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Last night there was a swanky dinner at the Melbourne Museum, but I unfortunately wasn’t there. Instead, I had dinner with a good friend in her bohemian sharehouse with giant spiders and friendly neighbours.

Everyone was looking a little bleary-eyed at 9am, when day two started.

Thomas Barlow, author of “The Australian Miracle: An innovative nation revisted” took the stage. He spoke economics, and said in the past twenty years we’ve heard nothing but doom and gloom about the investment in innovation.

But in that same period, the amount spent on R&D in Australia mirrors that of Asia, and outstrips Europe, based on our GDP. And if you’re not an economist, basically that means we’re heaps good. That’s what I got out of it!

Australia has roughly four researchers per 1000 population, Sweden has about five.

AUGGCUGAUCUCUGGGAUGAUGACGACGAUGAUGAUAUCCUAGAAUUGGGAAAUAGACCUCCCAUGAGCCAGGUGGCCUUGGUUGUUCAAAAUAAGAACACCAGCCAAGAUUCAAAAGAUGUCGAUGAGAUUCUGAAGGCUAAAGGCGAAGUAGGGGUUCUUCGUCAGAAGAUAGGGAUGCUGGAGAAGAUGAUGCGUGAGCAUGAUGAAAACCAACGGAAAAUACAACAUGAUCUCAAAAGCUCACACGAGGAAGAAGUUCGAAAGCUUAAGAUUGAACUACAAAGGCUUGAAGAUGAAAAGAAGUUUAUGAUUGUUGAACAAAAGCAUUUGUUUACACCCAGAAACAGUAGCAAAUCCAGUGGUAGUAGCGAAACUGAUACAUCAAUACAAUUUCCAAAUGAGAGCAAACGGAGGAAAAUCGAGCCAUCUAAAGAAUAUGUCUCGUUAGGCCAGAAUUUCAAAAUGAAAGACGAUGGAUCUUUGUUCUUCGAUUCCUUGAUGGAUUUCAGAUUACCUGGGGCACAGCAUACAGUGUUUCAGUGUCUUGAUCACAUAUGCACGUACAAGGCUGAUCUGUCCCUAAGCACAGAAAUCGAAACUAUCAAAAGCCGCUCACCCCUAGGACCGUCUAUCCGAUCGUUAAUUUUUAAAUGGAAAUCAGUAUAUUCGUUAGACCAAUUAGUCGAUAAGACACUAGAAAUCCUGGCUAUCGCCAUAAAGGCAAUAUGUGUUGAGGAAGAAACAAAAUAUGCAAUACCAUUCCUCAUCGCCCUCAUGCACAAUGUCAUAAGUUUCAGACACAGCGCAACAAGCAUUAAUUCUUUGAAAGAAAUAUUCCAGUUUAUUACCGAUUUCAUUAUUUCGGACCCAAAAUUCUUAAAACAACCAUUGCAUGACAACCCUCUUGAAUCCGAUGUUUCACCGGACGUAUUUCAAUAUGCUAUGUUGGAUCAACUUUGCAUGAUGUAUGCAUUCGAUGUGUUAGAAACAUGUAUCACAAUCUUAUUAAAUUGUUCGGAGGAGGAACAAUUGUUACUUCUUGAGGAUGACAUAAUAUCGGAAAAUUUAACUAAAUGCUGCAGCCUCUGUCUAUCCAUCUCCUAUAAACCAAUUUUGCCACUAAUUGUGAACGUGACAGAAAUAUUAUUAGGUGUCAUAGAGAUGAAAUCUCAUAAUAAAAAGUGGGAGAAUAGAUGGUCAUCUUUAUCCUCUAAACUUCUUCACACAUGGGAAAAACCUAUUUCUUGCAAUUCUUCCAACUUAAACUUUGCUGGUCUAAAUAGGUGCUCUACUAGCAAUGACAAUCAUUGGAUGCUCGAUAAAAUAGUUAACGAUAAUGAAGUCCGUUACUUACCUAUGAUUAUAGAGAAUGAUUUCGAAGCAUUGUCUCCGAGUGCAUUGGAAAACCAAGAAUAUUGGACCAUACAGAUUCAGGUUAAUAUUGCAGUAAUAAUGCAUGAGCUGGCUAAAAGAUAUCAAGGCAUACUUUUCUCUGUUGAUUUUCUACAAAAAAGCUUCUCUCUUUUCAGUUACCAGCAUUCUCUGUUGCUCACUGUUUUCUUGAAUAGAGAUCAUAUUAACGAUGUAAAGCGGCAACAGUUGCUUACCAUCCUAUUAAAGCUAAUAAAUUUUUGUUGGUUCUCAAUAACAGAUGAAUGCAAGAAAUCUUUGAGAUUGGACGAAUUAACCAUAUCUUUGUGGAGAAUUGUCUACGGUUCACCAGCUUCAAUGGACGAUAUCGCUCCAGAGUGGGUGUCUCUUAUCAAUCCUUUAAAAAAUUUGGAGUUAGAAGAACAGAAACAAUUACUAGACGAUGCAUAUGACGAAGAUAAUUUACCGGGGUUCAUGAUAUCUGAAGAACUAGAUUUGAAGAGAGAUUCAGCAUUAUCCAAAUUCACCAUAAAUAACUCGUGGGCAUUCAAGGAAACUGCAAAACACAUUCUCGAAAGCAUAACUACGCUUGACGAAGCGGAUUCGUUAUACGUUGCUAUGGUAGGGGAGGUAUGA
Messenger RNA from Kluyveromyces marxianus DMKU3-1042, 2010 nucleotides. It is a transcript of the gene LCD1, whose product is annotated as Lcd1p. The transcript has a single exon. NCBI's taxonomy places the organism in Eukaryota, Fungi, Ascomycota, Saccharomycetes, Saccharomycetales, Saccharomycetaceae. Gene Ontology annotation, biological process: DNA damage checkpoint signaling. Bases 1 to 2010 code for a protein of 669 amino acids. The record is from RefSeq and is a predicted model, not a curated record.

Something amazing has happened over the past 20 years, and now is the best time ever to be a scientist or engineer in Australia. But who’s aware of it? There’s a deficit of knowledge in the opportunities for research careers right now, he said.

AbbyA panel discussion followed, led by the thought-provoking and film-obsessed Bobby Cerini from the ANU. She’s a PhD student working on a thesis about science heroes, like the brilliant Abby from NCIS.

She interviewed about a hundred of awesome scientists worldwide, including Nobel Laureates and David Attenborough. Jealous!

She found a large number of people collected stuff as a kid. Some were encouraged in science early on by a family member. Others read books about real life explorers.

Science in Australia is inspirational and there’s a lot to be proud of.